McCarthy predicts House Republicans hold majority in midterms

House Majority Leader Kevin McCarthyKevin Owen McCarthyWill Congress provide relief to the ailing childcare sector? Dunford withdraws from consideration to chair coronavirus oversight panel 4 Texas GOP congressional primary runoffs to watch MORE (R-Calif.) said Tuesday that he’s confident Republicans will hold on to the lower chamber in November despite facing a challenging midterm election cycle.

The California Republican said he does not “believe we'll have that option" when asked by GOP strategist Frank Luntz how effective he would be as a minority leader. 

Speaking at the Milken Institute’s Global Conference, McCarthy acknowledged that there are a number of members leaving office at the end of this term, but doesn’t feel that will cost Republicans the majority after researching past election cycle patterns.

ADVERTISEMENT

“You know, when I look at retirement, I look at retirements for the Republicans who retired in seats that Hillary ClintonHillary Diane Rodham Clinton Ilhan Omar: GOP response to calls for police reform 'was vicious' Maine poised to allow ranked voting for president after state ruling Trump ad ties Biden to defund police effort, warns Americans 'won't be safe' MORE carried and Democrats who retired in seats that Donald TrumpDonald John TrumpProgressive group launches M pro-Biden ad buy targeting young voters Ilhan Omar: GOP response to calls for police reform 'was vicious' White House considers sweeping travel ban on members, families of the Chinese Communist Party: report MORE carried — you know what that number is? Five to four,” he said. “We'll pick up two seats in Minnesota.”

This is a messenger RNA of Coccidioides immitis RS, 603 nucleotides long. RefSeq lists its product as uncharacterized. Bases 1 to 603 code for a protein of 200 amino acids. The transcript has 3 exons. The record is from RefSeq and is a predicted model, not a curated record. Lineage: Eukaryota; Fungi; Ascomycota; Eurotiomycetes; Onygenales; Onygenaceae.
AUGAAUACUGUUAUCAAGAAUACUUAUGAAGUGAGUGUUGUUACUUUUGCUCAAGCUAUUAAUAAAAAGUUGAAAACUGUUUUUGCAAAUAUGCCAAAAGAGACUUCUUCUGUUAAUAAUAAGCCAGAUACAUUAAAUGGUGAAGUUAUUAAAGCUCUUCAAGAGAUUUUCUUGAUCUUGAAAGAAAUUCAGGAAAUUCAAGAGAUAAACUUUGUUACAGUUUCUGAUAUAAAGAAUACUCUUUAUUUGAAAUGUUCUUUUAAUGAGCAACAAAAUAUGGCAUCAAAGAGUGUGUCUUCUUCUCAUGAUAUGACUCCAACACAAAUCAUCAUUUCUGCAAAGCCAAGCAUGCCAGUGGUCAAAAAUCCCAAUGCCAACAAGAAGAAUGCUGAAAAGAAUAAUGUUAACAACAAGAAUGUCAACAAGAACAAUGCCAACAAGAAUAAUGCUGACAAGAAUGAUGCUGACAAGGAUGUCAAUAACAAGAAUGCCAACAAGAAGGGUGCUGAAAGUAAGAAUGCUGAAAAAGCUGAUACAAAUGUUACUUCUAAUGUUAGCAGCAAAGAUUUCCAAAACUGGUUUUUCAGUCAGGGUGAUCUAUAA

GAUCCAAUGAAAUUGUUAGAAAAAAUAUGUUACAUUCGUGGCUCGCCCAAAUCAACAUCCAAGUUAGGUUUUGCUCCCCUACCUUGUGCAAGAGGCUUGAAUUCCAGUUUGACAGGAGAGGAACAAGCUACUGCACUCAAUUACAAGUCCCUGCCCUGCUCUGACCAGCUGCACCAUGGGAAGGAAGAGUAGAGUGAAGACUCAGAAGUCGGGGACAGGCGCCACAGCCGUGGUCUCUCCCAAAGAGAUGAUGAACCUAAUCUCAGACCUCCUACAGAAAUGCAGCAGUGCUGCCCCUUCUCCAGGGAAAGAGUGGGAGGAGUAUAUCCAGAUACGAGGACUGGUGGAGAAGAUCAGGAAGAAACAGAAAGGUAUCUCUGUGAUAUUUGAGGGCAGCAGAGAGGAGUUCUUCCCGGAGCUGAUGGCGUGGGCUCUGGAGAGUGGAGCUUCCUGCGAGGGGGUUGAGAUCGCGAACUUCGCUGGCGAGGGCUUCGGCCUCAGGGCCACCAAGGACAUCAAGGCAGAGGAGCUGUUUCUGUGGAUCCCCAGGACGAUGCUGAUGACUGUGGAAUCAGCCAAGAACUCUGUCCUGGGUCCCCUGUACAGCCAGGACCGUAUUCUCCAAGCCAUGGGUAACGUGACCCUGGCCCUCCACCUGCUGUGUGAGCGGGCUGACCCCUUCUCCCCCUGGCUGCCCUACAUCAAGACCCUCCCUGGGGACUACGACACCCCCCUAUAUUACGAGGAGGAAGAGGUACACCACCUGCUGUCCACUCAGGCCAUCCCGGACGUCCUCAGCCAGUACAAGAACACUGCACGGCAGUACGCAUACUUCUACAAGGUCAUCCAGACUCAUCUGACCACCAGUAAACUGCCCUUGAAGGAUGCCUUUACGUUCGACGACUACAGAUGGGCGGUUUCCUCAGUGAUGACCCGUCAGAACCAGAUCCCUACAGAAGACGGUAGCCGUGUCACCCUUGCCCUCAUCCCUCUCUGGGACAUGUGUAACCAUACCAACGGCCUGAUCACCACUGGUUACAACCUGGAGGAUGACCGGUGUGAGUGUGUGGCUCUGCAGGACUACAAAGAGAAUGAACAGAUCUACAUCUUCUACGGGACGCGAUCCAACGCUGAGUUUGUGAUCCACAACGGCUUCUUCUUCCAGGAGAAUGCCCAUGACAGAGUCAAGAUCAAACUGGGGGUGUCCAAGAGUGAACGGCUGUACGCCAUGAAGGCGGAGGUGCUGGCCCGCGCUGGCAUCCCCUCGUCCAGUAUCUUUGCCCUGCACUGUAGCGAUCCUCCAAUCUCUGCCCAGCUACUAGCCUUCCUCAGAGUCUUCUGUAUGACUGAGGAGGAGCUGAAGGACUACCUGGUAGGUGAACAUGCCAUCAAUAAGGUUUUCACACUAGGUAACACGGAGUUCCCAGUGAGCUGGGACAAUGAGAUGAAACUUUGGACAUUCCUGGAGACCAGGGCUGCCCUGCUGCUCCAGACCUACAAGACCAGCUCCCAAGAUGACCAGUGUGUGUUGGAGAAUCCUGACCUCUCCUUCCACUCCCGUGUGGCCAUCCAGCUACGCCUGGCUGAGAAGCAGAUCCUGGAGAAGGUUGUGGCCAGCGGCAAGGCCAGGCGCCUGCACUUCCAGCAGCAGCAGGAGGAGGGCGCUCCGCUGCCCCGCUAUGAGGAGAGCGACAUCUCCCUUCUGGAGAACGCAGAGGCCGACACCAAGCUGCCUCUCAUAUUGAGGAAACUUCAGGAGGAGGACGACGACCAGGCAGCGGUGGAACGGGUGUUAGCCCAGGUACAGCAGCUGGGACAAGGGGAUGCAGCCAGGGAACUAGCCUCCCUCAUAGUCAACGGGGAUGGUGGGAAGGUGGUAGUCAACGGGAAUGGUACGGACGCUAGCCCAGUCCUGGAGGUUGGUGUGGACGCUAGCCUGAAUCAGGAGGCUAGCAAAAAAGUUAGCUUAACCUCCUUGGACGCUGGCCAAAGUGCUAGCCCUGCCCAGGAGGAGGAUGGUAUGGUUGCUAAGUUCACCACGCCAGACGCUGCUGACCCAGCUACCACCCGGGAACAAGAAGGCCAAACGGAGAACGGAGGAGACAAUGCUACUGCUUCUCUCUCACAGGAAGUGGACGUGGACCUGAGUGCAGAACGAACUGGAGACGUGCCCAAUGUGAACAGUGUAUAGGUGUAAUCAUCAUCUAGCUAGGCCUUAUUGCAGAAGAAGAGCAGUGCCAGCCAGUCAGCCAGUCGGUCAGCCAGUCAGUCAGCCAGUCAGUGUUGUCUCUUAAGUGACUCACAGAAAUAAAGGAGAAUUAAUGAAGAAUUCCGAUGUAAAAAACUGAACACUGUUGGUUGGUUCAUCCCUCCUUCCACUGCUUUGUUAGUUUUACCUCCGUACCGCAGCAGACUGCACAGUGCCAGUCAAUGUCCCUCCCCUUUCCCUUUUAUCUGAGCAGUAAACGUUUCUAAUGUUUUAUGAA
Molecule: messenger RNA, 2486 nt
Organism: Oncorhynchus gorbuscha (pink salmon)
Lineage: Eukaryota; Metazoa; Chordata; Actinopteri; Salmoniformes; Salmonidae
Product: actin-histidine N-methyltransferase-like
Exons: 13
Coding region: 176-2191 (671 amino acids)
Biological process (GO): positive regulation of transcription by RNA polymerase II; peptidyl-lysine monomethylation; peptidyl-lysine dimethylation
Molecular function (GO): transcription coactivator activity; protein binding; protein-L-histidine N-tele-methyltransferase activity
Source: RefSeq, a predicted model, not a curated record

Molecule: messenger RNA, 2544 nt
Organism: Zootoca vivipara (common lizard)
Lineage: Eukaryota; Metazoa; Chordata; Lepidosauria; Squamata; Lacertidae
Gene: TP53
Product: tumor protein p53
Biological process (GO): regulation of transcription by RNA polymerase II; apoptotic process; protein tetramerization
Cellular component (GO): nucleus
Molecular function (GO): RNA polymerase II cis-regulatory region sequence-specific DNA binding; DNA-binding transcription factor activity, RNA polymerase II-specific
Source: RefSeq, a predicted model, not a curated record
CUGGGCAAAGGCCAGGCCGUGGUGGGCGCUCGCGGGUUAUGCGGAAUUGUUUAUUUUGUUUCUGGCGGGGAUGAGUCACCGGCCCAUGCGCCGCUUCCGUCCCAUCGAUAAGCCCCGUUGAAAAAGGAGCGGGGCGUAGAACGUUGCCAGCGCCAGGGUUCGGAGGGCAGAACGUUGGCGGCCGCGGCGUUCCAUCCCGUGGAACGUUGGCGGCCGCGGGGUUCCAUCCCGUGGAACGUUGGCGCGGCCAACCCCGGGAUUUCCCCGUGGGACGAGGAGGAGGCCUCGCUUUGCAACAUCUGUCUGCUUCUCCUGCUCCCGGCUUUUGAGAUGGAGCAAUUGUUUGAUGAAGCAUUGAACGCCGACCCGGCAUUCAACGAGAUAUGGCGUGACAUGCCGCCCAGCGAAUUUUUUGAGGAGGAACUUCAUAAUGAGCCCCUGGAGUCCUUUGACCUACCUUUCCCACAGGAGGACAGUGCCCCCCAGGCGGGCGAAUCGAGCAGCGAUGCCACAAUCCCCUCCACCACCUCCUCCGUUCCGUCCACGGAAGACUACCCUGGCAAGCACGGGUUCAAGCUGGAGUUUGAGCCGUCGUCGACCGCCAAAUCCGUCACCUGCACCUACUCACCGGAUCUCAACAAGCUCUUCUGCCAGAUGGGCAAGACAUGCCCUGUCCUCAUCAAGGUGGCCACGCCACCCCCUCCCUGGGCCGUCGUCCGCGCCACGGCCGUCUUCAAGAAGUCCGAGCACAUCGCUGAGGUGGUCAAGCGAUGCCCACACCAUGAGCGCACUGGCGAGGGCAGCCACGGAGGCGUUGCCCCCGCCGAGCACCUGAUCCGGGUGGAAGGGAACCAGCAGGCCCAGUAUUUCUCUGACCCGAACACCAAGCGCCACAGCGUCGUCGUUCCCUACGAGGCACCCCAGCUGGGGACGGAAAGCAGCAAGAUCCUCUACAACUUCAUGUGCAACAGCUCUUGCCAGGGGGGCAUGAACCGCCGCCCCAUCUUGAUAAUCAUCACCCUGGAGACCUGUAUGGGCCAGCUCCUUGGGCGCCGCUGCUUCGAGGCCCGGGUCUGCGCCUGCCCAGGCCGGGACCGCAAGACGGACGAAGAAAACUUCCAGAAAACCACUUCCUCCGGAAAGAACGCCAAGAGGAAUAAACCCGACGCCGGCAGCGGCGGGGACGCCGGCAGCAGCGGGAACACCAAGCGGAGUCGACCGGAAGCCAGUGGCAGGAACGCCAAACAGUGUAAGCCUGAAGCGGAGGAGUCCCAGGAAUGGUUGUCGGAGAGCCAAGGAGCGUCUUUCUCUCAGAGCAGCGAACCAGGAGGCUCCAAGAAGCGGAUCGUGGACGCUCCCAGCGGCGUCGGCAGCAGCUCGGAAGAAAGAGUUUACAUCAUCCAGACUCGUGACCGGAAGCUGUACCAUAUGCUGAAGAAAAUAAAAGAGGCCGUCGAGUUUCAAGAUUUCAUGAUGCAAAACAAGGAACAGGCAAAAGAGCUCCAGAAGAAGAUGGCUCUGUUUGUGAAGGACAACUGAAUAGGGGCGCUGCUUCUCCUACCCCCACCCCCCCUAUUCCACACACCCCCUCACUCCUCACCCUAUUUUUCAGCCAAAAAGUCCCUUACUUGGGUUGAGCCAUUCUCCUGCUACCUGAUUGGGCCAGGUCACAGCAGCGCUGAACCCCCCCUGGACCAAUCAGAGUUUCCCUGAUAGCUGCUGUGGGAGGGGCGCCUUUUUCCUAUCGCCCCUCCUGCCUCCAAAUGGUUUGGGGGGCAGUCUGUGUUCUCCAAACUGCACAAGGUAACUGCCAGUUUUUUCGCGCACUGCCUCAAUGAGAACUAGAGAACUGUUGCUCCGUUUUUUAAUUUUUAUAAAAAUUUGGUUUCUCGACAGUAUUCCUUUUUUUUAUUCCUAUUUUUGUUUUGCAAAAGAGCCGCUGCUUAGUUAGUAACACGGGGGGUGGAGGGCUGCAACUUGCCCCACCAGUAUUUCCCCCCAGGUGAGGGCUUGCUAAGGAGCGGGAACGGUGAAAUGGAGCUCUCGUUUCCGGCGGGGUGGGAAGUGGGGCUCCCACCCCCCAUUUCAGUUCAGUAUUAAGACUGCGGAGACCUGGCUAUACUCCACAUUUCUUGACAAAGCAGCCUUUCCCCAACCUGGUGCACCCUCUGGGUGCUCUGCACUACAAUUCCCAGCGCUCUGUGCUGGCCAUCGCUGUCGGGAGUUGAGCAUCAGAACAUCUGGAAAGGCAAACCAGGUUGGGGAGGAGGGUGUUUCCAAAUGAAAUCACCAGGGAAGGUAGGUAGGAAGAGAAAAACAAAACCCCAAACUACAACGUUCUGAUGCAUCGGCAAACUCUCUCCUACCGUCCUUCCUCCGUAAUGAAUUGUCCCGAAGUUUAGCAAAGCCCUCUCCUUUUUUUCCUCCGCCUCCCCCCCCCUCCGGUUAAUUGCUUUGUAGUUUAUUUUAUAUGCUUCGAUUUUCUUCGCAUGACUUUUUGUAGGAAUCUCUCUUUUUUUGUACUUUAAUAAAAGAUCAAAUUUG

McCarthy noted it won’t be easy, but argued recent economic growth will help stave off Democrats from regaining control.

“We have our challenge — history says the party in power loses 29 seats in an off year and 23 seats is our majority,” he continued. “In January, I gave this presentation — it was plus 12 for the Democrats. Today, if you take a rolling average, just plus 5.5. We have a 4-point advantage — if we get 49 percent of the national vote, we'll have 53 percent of the seats.”

The California Republican likened the circumstances to the 1998 election cycle, where Republicans failed to pick up seats despite expecting gains due to the Monica Lewinsky scandal.

Bill ClintonWilliam (Bill) Jefferson ClintonLarry Hogan's hopes Davis: Supreme Court decision is bad news for Trump, good news for Vance McCain's reset: US-Vietnam relations going strong after 25 years MORE was impeached at the time, all polling said Republicans were going to gain seats — the election came, Democrats gained five in the House, broke even in the Senate,” he said.

“How is that possible? Bill Clinton had six quarters of economic growth. Republicans had shut the government down and lost the argument, he triangulated on the issues and Clinton focused on economic issues.”

McCarthy argued that Democrats lost the messaging war over who shut down the government earlier this year, adding he feels Republicans will have an even easier time holding on to the upper chamber.

“The Senate has a much different map — I wish I had the Senate map, unfortunately for Chuck [Schumer] it doesn't benefit him, but each cycle is different,” he said, referring to the Senate Democratic leader. “They're playing in a place that's more beholden on the Trump states. I know what the odds say, but I'd much rather be sitting where we are than where they are. We'll have a new leadership team; they'll have the same.“

Speaker Paul RyanPaul Davis RyanBush, Romney won't support Trump reelection: NYT Twitter joins Democrats to boost mail-in voting — here's why Lobbying world MORE (R-Wis.) is retiring at the end of his term. He has endorsed McCarthy as his successor.